It is reportedly not unusual for states to record executions. Of the four states in which executions were held this year, taping was permitted at least in Texas (Media Matters was unable to ascertain whether Virginia or Missouri allow audio or video recording during executions). But the Arkansas Department of Corrections does not audio or video record its executions and, even in written next-day logs, the department does not typically document the specific times that the drugs are administered or that the inmate is deemed unconscious.
And in the case of Ledell Lee, the first person Arkansas executed this year, the state told media witnesses that they would not be allowed to document his execution using pen and paper. Although the Department of Corrections reversed its decision just half an hour before Lee was set to be executed, it is unclear whether the reversal will remain.
Over the last several years, a number of executions in various states have been both reported and confirmed to have been botched, as states use untested and potentially dangerous combinations of drugs, many of which were not created for the purpose of lethal injection. Drug companies are increasingly objecting to use of their drugs to kill people, making it harder for states to obtain those drugs. And the relationship between prisons and lethal injection drug manufacturers that do permit the use of their drugs in executions has become less transparent, with several states attempting to enact secrecy laws to protect their suppliers. Questionable execution practices make transparency and media access a needed check on the system, but reports suggest that some states are actually making the execution process less transparent.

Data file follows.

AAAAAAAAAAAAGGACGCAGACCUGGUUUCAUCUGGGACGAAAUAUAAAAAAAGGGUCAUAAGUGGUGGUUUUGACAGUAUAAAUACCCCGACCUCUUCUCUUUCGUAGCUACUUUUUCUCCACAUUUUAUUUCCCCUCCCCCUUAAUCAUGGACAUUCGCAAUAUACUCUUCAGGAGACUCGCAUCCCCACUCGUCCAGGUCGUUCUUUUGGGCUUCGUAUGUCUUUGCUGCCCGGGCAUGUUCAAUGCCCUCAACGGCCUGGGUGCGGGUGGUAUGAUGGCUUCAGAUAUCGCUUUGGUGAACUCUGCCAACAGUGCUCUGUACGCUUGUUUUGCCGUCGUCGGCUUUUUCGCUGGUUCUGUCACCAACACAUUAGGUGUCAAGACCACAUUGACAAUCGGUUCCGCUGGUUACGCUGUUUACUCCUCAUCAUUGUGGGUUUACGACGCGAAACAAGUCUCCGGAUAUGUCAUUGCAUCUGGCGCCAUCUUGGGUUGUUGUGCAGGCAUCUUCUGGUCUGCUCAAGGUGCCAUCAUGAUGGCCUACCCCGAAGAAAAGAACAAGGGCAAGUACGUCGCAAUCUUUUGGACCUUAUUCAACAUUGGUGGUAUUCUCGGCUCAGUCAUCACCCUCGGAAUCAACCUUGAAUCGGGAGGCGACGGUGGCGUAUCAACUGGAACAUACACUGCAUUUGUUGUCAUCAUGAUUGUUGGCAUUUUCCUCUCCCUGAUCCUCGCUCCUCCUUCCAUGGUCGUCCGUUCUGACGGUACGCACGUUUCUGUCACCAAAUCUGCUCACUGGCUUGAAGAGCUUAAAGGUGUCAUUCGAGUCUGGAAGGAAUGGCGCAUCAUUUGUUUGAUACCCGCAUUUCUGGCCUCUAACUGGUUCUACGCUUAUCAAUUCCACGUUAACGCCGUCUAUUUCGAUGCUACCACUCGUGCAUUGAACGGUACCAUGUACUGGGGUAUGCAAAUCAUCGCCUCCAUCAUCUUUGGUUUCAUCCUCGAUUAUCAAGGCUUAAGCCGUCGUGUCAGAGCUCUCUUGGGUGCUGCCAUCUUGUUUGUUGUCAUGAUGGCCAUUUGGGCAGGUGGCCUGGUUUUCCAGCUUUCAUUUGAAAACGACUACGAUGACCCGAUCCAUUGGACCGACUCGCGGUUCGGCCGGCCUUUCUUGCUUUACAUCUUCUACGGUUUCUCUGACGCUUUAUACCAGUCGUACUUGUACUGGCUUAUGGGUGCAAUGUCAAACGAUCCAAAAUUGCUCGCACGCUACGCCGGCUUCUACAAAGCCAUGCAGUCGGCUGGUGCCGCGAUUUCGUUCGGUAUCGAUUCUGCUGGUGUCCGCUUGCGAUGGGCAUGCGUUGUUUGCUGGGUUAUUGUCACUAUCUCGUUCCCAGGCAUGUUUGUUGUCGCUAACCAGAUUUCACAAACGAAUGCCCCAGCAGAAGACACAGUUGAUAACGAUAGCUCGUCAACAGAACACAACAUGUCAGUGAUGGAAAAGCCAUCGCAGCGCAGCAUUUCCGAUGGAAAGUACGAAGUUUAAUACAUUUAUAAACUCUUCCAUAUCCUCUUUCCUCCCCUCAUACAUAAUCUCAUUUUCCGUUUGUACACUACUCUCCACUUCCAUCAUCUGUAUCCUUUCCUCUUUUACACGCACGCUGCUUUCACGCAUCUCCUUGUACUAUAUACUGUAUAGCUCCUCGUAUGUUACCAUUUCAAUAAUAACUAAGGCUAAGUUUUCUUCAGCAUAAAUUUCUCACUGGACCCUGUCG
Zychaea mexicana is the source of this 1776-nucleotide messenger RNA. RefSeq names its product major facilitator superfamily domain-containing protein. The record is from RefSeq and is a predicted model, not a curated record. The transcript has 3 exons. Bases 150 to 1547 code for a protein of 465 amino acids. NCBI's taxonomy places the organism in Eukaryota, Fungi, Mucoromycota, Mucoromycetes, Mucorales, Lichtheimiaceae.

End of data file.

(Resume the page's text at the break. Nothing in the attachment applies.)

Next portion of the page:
KUAR, an NPR affiliate in Little Rock, AR, reported that Texas, Missouri, and Virginia -- the only other states to have carried out executions this year -- allowed media witnesses to witness and document executions, at least once the inmate is secured to the gurney and his IV lines have been placed. Previously, for decades, the Virginia Department of Corrections allowed witnesses to observe the inmate being secured to the gurney and IV lines being inserted. But earlier this year, the department changed its policy to prevent witnesses from observing the inmate from beginning to end. And Oklahoma’s policies became so egregiously restrictive after the botched April 2014 execution of Clayton Lockett, despite promised reforms, that the ACLU filed a lawsuit arguing that “the press, and by extension the public, were deprived of the First Amendment right of access to observe the initiation and termination of the execution proceeding.” The Oklahoma governor also delayed executions until further notice, and in April 2017, a bipartisan commission unanimously recommended the state extend its moratorium on the death penalty “until significant reforms are accomplished,” but the attorney general just last week announced his plans to resume execution protocols planning regardless.